Go slow. That’s the motto on the tiny island about an hour off the coast of Belize. This sleepy island offers (relatively) budget-friendly destination will have you unplugged in an instant. When it comes to what to do in Caye Caulker, the answer is often to just sit back and relax or add a dash of adventure to your day. Let’s dive into the most satisfying things to do in Caye Caulker, Belize.
How Long to Stay in Caye Caulker?
We spent three full days on this sleepy island. I ended up catching a horrible stomach bug and was sick for one of the days, so I felt a bit cheated. However three to four full days is about all you need to explore Caye Caulker. If you’re all about that RnR, then perhaps a few extra days couldn’t hurt.
If you’re exploring the rest of Belize, be sure to check out this guide to planning a trip to Belize.
Where to Stay in Caye Caulker
The island of Caye Caulker is actually split into two smaller islands. There is no road between the two islands. Instead, there is a small straight you must cross either by swimming, by boat or SUPing across. The northern island is much less developed and mostly contains private homes, AirBnBs, and one resort.
The action and the town proper is all on the south side of the island. If you’re looking for a party, this is more your place. Solitude seakers will love the isolated feel of the north side of the island. Getting from one island to another isn’t too complicated if you don’t mind swimming, but certainly, make sure that wherever you are has a boat that can transport you back and forth.
For awesome hotel, hostel, and guest house deals, check out these listings.
How to Get to Caye Caulker, Belize
Getting to this colorful island getaway is relatively easy. You can take a ferry ($15 US return) out of Belize City. The ride takes around an hour depending on which size ferry you jump on.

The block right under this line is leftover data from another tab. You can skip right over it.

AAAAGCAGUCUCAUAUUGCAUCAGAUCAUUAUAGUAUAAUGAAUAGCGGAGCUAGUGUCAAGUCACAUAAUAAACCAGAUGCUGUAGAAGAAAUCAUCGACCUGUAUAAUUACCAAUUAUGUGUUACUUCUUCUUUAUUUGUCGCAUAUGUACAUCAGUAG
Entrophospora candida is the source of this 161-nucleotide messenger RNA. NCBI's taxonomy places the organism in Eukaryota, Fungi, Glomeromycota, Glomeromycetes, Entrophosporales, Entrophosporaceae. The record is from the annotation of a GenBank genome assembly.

Your second option involves a 15-minute scenic flight from Belize City International. My brother took the flight on the way out to save some time. Cruising just a few hundred feet above the brilliant blue waters was totally worth it.
How to Get Around Caye Caulker
Once you’ve arrived on the island, the motto is: go slow. Most people navigate Caye Caulker on foot. It is possible to rent pushbikes or even a golf cart for a marginal fee, but we found that unless you’re toting a lot of stuff around (or small children), by foot is the way to go.
It’s easy to hire water taxis to take you across The Split to the north island. Most rides cost around $5. Another option to travel by sea is to rent a SUP or kayak. Prices vary but are generally between $10-$20 dollars. You can easily dock up at a beach resort and stop in to relax.
What to Pack for Caye Caulker
Caye Caulker is a super-laid back destination so be prepared to take things slow and unwind. You’ll want to pack plenty of sun protection and bathing suits. Here’s a quick-and-easy packing list for Caye Caulker
- Sun protection. Think sunscreen, bathing suit cover-ups, hats, the works. The sun is brutal here, so be sure to plan accordingly.